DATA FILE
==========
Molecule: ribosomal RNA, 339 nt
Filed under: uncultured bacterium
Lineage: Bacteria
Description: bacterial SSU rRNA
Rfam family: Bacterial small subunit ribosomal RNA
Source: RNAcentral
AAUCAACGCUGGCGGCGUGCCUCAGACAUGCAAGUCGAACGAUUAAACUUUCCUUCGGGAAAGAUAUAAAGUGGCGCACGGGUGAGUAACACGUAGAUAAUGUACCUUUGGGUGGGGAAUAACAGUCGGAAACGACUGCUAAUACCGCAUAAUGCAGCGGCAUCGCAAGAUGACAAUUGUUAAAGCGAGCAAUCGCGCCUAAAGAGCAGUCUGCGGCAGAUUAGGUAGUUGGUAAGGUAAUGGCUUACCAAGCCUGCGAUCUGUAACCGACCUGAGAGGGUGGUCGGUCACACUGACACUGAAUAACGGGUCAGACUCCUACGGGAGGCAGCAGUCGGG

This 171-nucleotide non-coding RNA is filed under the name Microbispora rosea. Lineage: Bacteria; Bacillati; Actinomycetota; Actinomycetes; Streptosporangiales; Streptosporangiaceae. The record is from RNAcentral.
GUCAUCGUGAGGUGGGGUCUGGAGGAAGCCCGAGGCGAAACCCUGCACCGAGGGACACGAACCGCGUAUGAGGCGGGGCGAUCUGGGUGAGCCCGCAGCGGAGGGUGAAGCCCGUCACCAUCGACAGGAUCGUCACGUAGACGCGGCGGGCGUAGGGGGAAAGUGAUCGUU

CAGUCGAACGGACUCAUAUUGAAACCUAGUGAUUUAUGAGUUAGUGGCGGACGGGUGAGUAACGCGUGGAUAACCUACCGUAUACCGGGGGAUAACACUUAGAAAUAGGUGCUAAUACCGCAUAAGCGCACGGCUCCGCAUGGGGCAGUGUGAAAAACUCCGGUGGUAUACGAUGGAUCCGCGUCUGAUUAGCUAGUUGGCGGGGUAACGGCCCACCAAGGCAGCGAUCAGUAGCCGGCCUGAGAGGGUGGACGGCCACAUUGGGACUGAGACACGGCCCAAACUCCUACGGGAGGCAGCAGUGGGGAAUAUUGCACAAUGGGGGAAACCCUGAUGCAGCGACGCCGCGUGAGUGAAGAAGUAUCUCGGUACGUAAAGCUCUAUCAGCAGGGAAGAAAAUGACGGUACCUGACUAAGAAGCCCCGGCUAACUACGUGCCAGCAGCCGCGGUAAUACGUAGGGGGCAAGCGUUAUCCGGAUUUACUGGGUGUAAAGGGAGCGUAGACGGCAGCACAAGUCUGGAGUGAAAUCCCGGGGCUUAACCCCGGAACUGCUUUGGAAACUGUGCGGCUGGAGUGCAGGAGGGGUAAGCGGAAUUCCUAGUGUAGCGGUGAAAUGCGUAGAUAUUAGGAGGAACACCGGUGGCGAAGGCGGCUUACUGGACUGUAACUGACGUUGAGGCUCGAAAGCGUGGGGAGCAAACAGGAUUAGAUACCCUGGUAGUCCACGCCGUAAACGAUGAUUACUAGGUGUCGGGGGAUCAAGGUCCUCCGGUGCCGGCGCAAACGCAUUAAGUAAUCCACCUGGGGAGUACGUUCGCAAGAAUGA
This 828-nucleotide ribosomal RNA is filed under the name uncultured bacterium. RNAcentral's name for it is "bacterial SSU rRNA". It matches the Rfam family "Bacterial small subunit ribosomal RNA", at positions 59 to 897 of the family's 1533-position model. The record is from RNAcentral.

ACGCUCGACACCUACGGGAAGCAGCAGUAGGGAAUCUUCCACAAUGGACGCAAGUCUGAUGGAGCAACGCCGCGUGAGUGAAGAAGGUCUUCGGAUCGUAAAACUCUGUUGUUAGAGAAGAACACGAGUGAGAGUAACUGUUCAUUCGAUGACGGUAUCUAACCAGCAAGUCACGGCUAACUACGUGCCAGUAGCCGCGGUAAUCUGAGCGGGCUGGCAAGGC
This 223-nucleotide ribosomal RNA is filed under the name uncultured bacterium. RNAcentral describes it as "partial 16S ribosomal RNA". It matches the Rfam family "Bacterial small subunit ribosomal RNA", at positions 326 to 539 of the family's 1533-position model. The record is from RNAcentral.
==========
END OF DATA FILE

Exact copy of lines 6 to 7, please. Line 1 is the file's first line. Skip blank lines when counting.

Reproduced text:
Source: RNAcentral
AAUCAACGCUGGCGGCGUGCCUCAGACAUGCAAGUCGAACGAUUAAACUUUCCUUCGGGAAAGAUAUAAAGUGGCGCACGGGUGAGUAACACGUAGAUAAUGUACCUUUGGGUGGGGAAUAACAGUCGGAAACGACUGCUAAUACCGCAUAAUGCAGCGGCAUCGCAAGAUGACAAUUGUUAAAGCGAGCAAUCGCGCCUAAAGAGCAGUCUGCGGCAGAUUAGGUAGUUGGUAAGGUAAUGGCUUACCAAGCCUGCGAUCUGUAACCGACCUGAGAGGGUGGUCGGUCACACUGACACUGAAUAACGGGUCAGACUCCUACGGGAGGCAGCAGUCGGG